Here are the best web design practices for a successful business:
- Keep Branding Consistent
- Develop Strong CTAs
- Social Media
- Fast Loading Time
- Easy Navigation
It's better to define your business category or define what your niche is as web design trends change rapidly.
It depends a lot on the type of your business. The best way for you to decide is to create a list of competitors. Divide them into two parts. The first part would be the most branded and successful ones. Part two would be competitors with less "white" marketing practices but with good search engine rankings. Decide what you would want to work with. Obviously, those designs work well.
Continue watching your competitors.
Once you create a design prototype, go to review sites where people will tell what they think. It helps a looooot!
Ali from PersonalMoneyService.com
If you want to do it alone, you have to do some tweaking on the HTML and CSS. But you must be sure what you will be doing and you should be capable of coding. But alternatively, you can hire a web design professional.
If you are interested in a new approach to web design, I recommend checking the latest projects like https://snowfox.tech. They might seem quite simple at the first sight, but can attract a large audience in case of a proper marketing. I'm sure such projects will become more popular in future, personally I've become interested in them. I shared this information in the hope it will be helpful for you!
Check this fresh post, https://www.forbes.com/sites/denispinsky/2018/02/12/website-design-standards/.
When it comes to web design, I can recommend you to pick a WP theme like those provided by SKT Themes, https://www.sktthemes.net/ and customize it according to your requirements. It will be a great starting point for you, I think.
Much of my advice echoes Jordyn Shawhan (above). Also, template-based sites can be compromised (hacked, directory file corruption, etc.) so you better have a backup plan in the case of an emergency. Depending on the complexity of the site, basic HTML (in the right hands) can deliver a solid, inspired, and fast moving website. Remember that people like to see where they can go before they go, so try to have your navigation visible, not hidden. Start with initial SEO, and then CONTINUALLY improve it according to the results. Tweaks can make a big difference. Last, don't forget mobile, but only include content that people on the go may need to engage with you. The WHOLE site isn't required. Consider a separate small mobile component instead of a responsive solution. They're super easy to keep updated. These are just the mere tips of the iceberg. Consider hiring a professional Designer who is experienced in the biz (longer than 5 minutes) and specializes in working with small-businesses-of-one.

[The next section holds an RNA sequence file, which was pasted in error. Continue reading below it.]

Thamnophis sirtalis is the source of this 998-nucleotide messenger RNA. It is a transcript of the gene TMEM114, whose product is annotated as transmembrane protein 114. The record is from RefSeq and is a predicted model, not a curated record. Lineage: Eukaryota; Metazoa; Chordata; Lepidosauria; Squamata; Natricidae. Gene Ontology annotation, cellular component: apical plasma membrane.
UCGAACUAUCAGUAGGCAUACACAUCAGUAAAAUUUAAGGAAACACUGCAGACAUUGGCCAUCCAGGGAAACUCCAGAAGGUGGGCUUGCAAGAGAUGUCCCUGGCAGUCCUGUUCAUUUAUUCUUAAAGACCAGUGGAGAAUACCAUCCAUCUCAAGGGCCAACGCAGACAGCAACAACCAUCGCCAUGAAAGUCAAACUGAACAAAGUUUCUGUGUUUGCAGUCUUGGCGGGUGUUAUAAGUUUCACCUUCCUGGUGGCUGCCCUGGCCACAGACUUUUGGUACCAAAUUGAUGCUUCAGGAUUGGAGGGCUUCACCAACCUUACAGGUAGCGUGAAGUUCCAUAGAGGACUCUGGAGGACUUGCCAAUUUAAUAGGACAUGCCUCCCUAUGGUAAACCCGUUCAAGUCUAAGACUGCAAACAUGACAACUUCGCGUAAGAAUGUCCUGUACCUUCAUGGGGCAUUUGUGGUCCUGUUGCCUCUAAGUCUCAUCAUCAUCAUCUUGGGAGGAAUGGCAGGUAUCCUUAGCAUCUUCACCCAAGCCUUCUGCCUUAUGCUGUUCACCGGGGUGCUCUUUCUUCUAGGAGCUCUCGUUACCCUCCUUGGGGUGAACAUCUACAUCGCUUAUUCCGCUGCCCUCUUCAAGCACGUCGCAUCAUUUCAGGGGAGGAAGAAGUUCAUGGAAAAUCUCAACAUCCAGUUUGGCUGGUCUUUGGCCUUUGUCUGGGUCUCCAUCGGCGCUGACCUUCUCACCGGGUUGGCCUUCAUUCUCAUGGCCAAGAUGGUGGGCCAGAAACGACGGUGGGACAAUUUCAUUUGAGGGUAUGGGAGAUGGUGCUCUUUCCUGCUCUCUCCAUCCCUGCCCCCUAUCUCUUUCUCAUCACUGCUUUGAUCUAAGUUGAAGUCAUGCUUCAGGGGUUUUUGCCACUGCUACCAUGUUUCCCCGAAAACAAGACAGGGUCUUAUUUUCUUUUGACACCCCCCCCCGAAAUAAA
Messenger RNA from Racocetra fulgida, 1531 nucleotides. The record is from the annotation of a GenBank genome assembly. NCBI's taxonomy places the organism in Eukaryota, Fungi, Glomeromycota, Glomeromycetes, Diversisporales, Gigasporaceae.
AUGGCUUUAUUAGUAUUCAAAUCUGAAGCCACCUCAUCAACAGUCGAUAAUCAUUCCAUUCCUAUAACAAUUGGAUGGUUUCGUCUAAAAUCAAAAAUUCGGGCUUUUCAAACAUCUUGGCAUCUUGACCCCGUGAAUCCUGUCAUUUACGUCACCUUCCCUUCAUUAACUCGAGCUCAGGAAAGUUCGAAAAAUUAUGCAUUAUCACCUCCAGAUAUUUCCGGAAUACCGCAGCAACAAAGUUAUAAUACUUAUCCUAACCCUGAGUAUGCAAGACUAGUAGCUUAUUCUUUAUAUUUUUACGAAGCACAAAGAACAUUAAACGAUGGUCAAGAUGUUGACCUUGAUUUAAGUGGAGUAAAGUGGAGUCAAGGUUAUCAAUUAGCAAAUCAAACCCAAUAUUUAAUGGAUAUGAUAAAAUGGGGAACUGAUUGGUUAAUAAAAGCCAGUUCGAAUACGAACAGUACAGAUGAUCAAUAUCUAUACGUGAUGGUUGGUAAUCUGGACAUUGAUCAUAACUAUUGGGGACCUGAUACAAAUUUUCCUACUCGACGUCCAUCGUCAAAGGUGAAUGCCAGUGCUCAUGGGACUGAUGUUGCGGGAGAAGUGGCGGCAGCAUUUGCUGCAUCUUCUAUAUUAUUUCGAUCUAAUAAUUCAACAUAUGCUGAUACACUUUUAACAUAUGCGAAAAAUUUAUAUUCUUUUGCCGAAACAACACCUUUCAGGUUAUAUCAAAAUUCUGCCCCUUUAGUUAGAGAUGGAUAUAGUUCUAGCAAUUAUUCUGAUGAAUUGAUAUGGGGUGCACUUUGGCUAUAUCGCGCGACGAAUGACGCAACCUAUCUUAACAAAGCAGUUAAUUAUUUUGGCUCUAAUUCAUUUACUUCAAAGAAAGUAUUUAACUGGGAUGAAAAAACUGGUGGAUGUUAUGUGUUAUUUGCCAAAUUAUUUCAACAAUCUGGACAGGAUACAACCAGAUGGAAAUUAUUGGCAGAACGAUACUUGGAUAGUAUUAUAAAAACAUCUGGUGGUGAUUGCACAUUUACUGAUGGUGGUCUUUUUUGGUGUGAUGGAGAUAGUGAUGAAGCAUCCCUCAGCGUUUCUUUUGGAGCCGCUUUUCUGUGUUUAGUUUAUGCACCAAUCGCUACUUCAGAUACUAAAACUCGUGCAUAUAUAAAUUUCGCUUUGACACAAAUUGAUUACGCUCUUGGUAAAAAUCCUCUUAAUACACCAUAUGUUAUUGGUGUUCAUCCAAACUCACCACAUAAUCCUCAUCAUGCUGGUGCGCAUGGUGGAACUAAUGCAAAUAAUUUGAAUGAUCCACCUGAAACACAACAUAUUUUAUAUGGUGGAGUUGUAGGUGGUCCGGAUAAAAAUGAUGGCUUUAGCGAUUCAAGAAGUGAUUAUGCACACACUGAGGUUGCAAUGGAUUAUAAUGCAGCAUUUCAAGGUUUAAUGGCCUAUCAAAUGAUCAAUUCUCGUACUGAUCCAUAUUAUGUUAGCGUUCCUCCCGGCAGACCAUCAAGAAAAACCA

To some degree, it's hard to advise as you didn't say the market you're in...that being said, if you want your website to sell and help your business, there are rules that hold true for all niches and businesses.
Your website has a few jobs
1. Bring leads
2. Educate leads
3. Collect information, so, you can remarket and stay in touch
4. Turn those leads into interested customers
5. Close those leads
From a pure business stand point, that is the priority of any website. Get eyeballs, collect information of visitors, close sales.
So, with that in mind your website should be designed to prioritize those objectives. How to do that, well here's a list:
1. Have content that brings in traffic (content marketing)
The average user nowadays researchers, reads, and visits websites to learn about products. You should have content to help educate and bring in visitors.
2. Have boxes to collect emails
Once someone is on your site, statistically they won't spend more than 1 minute on your site. This means, they grab what they need, leave, and forget you ever existed. You'll do well to design your website so it can quickly gather data from your visitor.
Some ways to do that are:
Install google analytics
Email Optin box up top, at bottom, and throughout pages with content
Some good sites to look for examples are:
And there's many others, but these will do the trick.
A site isn't about looking sleek, and fancy - it's about attracting eyeballs, building trust, collecting data, and using that data to help increase sales. If your site is and sleek and fancy but can't do this stuff, it will never help your business online.